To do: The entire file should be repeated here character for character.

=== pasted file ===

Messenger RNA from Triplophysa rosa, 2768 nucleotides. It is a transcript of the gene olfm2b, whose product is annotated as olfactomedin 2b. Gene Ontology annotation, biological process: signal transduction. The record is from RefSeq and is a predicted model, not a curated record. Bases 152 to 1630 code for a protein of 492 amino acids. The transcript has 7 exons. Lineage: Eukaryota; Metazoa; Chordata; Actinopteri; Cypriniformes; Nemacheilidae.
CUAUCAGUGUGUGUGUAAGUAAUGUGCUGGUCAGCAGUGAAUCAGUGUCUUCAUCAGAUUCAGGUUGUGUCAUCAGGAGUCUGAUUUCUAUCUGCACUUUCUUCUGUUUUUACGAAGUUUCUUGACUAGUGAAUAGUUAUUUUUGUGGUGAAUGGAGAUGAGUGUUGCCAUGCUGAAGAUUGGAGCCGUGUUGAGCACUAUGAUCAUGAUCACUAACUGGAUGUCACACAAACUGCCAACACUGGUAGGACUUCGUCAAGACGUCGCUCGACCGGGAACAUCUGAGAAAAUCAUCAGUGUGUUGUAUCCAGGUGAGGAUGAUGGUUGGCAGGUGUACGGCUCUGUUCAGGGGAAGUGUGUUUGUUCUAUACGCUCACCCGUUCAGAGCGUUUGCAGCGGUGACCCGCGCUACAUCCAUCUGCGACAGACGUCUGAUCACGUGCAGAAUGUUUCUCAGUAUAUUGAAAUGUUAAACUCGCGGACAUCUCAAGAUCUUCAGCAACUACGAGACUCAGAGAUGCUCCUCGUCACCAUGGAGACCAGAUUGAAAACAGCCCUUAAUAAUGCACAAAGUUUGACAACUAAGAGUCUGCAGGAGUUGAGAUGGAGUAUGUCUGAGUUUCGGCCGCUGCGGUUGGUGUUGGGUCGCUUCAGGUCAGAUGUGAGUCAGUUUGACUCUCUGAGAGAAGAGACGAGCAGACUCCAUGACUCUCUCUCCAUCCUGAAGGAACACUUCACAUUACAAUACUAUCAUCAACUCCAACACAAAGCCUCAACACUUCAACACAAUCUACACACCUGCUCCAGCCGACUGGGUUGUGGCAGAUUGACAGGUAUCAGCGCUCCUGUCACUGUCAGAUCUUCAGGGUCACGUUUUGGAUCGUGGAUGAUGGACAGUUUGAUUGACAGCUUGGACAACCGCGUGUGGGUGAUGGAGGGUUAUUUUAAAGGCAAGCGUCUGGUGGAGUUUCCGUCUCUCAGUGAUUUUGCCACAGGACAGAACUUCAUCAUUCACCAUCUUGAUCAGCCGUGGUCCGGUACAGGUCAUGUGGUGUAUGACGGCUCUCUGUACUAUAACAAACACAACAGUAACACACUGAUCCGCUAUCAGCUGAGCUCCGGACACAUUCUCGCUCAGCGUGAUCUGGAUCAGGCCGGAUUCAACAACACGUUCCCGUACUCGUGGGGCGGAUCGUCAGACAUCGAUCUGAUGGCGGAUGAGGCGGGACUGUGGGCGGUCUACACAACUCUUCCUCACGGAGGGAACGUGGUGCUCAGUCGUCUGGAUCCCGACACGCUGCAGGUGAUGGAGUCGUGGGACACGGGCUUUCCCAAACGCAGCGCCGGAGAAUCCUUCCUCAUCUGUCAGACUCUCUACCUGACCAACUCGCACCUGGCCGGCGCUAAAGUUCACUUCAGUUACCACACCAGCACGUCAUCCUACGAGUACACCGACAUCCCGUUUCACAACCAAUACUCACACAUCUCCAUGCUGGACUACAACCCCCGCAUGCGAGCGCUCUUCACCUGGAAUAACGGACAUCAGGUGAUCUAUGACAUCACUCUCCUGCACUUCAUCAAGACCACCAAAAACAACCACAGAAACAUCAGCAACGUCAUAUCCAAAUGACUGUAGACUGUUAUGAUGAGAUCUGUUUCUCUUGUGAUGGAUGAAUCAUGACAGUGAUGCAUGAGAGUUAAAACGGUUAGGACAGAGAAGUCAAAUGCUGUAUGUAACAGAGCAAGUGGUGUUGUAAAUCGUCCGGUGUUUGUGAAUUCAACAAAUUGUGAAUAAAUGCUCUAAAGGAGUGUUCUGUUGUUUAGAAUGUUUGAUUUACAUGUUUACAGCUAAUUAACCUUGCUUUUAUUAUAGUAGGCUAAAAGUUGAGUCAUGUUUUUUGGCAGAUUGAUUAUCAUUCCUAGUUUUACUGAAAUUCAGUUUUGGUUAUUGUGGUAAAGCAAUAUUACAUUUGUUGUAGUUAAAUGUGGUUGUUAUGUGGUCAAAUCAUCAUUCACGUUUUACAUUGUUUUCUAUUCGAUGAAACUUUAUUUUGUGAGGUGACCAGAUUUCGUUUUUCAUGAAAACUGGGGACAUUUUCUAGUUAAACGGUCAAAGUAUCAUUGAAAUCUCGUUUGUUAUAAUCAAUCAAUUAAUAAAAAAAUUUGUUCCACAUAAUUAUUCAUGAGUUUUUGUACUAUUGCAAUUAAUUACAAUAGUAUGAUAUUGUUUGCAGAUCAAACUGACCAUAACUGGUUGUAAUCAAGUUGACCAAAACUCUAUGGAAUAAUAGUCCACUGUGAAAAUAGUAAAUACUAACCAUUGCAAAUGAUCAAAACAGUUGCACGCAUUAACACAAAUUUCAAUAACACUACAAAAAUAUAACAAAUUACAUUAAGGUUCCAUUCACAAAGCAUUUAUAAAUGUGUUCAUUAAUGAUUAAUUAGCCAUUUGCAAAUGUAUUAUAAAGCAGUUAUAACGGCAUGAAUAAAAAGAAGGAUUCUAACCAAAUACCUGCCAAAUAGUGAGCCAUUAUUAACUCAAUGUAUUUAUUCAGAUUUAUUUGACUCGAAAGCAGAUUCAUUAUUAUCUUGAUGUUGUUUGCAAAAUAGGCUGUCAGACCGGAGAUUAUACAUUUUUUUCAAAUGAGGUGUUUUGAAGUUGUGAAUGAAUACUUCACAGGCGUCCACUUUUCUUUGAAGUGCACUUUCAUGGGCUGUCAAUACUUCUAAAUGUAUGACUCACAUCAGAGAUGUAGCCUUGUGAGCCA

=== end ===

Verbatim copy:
Messenger RNA from Triplophysa rosa, 2768 nucleotides. It is a transcript of the gene olfm2b, whose product is annotated as olfactomedin 2b. Gene Ontology annotation, biological process: signal transduction. The record is from RefSeq and is a predicted model, not a curated record. Bases 152 to 1630 code for a protein of 492 amino acids. The transcript has 7 exons. Lineage: Eukaryota; Metazoa; Chordata; Actinopteri; Cypriniformes; Nemacheilidae.
CUAUCAGUGUGUGUGUAAGUAAUGUGCUGGUCAGCAGUGAAUCAGUGUCUUCAUCAGAUUCAGGUUGUGUCAUCAGGAGUCUGAUUUCUAUCUGCACUUUCUUCUGUUUUUACGAAGUUUCUUGACUAGUGAAUAGUUAUUUUUGUGGUGAAUGGAGAUGAGUGUUGCCAUGCUGAAGAUUGGAGCCGUGUUGAGCACUAUGAUCAUGAUCACUAACUGGAUGUCACACAAACUGCCAACACUGGUAGGACUUCGUCAAGACGUCGCUCGACCGGGAACAUCUGAGAAAAUCAUCAGUGUGUUGUAUCCAGGUGAGGAUGAUGGUUGGCAGGUGUACGGCUCUGUUCAGGGGAAGUGUGUUUGUUCUAUACGCUCACCCGUUCAGAGCGUUUGCAGCGGUGACCCGCGCUACAUCCAUCUGCGACAGACGUCUGAUCACGUGCAGAAUGUUUCUCAGUAUAUUGAAAUGUUAAACUCGCGGACAUCUCAAGAUCUUCAGCAACUACGAGACUCAGAGAUGCUCCUCGUCACCAUGGAGACCAGAUUGAAAACAGCCCUUAAUAAUGCACAAAGUUUGACAACUAAGAGUCUGCAGGAGUUGAGAUGGAGUAUGUCUGAGUUUCGGCCGCUGCGGUUGGUGUUGGGUCGCUUCAGGUCAGAUGUGAGUCAGUUUGACUCUCUGAGAGAAGAGACGAGCAGACUCCAUGACUCUCUCUCCAUCCUGAAGGAACACUUCACAUUACAAUACUAUCAUCAACUCCAACACAAAGCCUCAACACUUCAACACAAUCUACACACCUGCUCCAGCCGACUGGGUUGUGGCAGAUUGACAGGUAUCAGCGCUCCUGUCACUGUCAGAUCUUCAGGGUCACGUUUUGGAUCGUGGAUGAUGGACAGUUUGAUUGACAGCUUGGACAACCGCGUGUGGGUGAUGGAGGGUUAUUUUAAAGGCAAGCGUCUGGUGGAGUUUCCGUCUCUCAGUGAUUUUGCCACAGGACAGAACUUCAUCAUUCACCAUCUUGAUCAGCCGUGGUCCGGUACAGGUCAUGUGGUGUAUGACGGCUCUCUGUACUAUAACAAACACAACAGUAACACACUGAUCCGCUAUCAGCUGAGCUCCGGACACAUUCUCGCUCAGCGUGAUCUGGAUCAGGCCGGAUUCAACAACACGUUCCCGUACUCGUGGGGCGGAUCGUCAGACAUCGAUCUGAUGGCGGAUGAGGCGGGACUGUGGGCGGUCUACACAACUCUUCCUCACGGAGGGAACGUGGUGCUCAGUCGUCUGGAUCCCGACACGCUGCAGGUGAUGGAGUCGUGGGACACGGGCUUUCCCAAACGCAGCGCCGGAGAAUCCUUCCUCAUCUGUCAGACUCUCUACCUGACCAACUCGCACCUGGCCGGCGCUAAAGUUCACUUCAGUUACCACACCAGCACGUCAUCCUACGAGUACACCGACAUCCCGUUUCACAACCAAUACUCACACAUCUCCAUGCUGGACUACAACCCCCGCAUGCGAGCGCUCUUCACCUGGAAUAACGGACAUCAGGUGAUCUAUGACAUCACUCUCCUGCACUUCAUCAAGACCACCAAAAACAACCACAGAAACAUCAGCAACGUCAUAUCCAAAUGACUGUAGACUGUUAUGAUGAGAUCUGUUUCUCUUGUGAUGGAUGAAUCAUGACAGUGAUGCAUGAGAGUUAAAACGGUUAGGACAGAGAAGUCAAAUGCUGUAUGUAACAGAGCAAGUGGUGUUGUAAAUCGUCCGGUGUUUGUGAAUUCAACAAAUUGUGAAUAAAUGCUCUAAAGGAGUGUUCUGUUGUUUAGAAUGUUUGAUUUACAUGUUUACAGCUAAUUAACCUUGCUUUUAUUAUAGUAGGCUAAAAGUUGAGUCAUGUUUUUUGGCAGAUUGAUUAUCAUUCCUAGUUUUACUGAAAUUCAGUUUUGGUUAUUGUGGUAAAGCAAUAUUACAUUUGUUGUAGUUAAAUGUGGUUGUUAUGUGGUCAAAUCAUCAUUCACGUUUUACAUUGUUUUCUAUUCGAUGAAACUUUAUUUUGUGAGGUGACCAGAUUUCGUUUUUCAUGAAAACUGGGGACAUUUUCUAGUUAAACGGUCAAAGUAUCAUUGAAAUCUCGUUUGUUAUAAUCAAUCAAUUAAUAAAAAAAUUUGUUCCACAUAAUUAUUCAUGAGUUUUUGUACUAUUGCAAUUAAUUACAAUAGUAUGAUAUUGUUUGCAGAUCAAACUGACCAUAACUGGUUGUAAUCAAGUUGACCAAAACUCUAUGGAAUAAUAGUCCACUGUGAAAAUAGUAAAUACUAACCAUUGCAAAUGAUCAAAACAGUUGCACGCAUUAACACAAAUUUCAAUAACACUACAAAAAUAUAACAAAUUACAUUAAGGUUCCAUUCACAAAGCAUUUAUAAAUGUGUUCAUUAAUGAUUAAUUAGCCAUUUGCAAAUGUAUUAUAAAGCAGUUAUAACGGCAUGAAUAAAAAGAAGGAUUCUAACCAAAUACCUGCCAAAUAGUGAGCCAUUAUUAACUCAAUGUAUUUAUUCAGAUUUAUUUGACUCGAAAGCAGAUUCAUUAUUAUCUUGAUGUUGUUUGCAAAAUAGGCUGUCAGACCGGAGAUUAUACAUUUUUUUCAAAUGAGGUGUUUUGAAGUUGUGAAUGAAUACUUCACAGGCGUCCACUUUUCUUUGAAGUGCACUUUCAUGGGCUGUCAAUACUUCUAAAUGUAUGACUCACAUCAGAGAUGUAGCCUUGUGAGCCA